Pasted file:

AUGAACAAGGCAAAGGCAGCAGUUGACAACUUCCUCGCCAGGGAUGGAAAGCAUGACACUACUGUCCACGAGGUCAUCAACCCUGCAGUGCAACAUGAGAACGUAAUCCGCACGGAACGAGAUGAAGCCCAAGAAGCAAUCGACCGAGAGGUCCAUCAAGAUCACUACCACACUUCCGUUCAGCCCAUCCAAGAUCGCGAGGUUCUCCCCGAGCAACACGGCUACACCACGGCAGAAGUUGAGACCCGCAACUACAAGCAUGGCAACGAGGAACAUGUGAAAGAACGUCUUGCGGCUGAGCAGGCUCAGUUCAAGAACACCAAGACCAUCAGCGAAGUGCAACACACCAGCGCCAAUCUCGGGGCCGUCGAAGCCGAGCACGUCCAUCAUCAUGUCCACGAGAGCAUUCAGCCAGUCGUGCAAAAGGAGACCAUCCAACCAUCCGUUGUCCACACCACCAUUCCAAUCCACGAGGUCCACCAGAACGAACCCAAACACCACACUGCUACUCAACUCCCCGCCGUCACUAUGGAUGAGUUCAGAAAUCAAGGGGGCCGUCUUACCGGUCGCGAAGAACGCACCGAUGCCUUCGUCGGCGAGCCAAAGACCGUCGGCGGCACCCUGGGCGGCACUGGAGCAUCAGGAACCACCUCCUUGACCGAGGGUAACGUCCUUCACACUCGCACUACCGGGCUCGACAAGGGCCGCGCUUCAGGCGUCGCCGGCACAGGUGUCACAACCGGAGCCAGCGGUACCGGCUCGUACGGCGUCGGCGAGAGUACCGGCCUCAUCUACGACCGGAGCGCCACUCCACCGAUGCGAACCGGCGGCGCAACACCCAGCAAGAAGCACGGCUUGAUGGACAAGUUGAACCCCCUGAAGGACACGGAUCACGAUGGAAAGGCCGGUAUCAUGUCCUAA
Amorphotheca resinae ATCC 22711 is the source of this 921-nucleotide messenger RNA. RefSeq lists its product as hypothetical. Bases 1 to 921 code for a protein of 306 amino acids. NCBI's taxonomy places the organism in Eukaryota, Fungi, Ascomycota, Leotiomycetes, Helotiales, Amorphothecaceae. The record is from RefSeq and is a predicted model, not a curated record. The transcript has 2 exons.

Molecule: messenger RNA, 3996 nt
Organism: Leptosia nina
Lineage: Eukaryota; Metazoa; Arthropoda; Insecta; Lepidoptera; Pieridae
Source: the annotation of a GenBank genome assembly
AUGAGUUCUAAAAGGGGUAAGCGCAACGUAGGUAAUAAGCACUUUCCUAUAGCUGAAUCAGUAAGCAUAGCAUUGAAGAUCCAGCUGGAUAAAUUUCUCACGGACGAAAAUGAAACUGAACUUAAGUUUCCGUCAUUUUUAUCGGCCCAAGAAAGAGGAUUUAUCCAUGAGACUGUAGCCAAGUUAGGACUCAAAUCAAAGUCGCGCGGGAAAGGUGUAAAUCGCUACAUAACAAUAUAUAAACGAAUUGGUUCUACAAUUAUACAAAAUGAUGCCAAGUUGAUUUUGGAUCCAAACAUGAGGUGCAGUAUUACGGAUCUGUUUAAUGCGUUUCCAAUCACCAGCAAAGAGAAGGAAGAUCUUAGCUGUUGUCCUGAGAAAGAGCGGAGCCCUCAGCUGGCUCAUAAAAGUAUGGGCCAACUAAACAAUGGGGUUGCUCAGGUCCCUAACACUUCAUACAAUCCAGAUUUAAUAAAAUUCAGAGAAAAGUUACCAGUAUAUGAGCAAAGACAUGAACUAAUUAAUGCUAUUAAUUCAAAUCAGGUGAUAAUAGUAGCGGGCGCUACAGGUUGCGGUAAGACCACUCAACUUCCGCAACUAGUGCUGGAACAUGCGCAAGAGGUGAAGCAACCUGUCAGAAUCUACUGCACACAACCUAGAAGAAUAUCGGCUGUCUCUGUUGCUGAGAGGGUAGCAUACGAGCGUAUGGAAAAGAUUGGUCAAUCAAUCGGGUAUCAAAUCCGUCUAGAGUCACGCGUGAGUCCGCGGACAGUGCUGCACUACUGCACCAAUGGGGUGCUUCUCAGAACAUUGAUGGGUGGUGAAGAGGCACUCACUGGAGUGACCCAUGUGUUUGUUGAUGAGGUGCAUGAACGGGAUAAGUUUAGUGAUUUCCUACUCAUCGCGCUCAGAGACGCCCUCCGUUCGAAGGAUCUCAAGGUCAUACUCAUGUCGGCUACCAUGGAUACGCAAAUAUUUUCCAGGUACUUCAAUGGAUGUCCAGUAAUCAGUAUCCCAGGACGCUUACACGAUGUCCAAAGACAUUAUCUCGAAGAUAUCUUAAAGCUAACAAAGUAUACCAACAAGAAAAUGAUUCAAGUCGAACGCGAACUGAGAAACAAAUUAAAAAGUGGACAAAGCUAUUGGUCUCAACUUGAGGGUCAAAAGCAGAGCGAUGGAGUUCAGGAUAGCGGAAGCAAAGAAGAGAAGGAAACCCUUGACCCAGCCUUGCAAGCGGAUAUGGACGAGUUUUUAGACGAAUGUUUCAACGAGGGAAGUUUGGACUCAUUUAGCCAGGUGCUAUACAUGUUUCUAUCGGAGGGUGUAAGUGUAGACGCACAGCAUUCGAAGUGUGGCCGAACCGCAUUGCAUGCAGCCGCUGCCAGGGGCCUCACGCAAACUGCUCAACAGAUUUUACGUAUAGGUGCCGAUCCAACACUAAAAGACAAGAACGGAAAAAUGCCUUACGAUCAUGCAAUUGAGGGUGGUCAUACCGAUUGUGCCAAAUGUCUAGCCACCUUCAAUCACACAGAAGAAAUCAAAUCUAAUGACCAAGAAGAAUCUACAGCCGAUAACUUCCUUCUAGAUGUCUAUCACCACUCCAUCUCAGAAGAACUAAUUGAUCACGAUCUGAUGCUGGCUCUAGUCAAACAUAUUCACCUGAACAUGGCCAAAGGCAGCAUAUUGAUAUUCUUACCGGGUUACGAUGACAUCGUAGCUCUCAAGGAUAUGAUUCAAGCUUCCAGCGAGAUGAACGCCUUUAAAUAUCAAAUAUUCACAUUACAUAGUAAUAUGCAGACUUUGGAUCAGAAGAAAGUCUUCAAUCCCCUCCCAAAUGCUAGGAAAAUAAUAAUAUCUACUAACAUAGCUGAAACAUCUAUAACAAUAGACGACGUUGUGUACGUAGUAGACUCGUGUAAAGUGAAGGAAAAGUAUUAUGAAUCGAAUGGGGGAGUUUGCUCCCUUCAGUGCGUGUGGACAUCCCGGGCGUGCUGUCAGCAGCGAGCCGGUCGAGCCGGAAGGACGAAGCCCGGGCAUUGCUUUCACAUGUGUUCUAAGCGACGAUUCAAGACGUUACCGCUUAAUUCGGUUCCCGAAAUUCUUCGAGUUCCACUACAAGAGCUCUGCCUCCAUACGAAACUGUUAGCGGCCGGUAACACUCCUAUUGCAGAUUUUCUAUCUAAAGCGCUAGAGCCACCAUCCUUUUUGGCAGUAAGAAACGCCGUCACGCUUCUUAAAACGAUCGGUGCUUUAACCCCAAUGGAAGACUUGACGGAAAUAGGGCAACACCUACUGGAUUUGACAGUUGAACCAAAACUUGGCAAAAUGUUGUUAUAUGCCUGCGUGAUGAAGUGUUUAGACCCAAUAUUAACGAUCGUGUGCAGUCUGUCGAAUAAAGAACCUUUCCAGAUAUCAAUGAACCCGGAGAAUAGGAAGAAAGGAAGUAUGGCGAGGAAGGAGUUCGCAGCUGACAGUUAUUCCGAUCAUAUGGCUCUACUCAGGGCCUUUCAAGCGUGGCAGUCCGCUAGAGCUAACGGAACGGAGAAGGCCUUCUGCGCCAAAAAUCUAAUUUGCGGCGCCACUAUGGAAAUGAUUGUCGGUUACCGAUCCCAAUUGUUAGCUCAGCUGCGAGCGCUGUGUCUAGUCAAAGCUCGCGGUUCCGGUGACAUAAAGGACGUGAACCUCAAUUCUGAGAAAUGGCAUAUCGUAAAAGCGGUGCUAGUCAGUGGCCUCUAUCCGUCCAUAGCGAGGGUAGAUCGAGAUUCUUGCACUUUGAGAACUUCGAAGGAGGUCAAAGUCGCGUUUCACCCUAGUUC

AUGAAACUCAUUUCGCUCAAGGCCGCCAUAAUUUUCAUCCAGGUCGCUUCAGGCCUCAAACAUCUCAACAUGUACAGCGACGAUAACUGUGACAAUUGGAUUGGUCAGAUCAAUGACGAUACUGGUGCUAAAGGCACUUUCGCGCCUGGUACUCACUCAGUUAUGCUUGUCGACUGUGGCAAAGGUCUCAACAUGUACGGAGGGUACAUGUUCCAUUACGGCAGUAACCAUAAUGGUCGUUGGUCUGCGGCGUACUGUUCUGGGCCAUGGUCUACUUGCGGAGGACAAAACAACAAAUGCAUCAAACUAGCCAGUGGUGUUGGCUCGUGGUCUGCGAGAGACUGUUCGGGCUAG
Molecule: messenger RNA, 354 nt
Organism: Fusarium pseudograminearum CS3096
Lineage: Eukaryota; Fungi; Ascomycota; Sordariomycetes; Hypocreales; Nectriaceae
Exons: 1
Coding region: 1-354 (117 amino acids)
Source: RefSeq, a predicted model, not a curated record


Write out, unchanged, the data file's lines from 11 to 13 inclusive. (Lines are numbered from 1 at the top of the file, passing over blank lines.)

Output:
Lineage: Eukaryota; Fungi; Ascomycota; Sordariomycetes; Hypocreales; Nectriaceae
Exons: 1
Coding region: 1-354 (117 amino acids)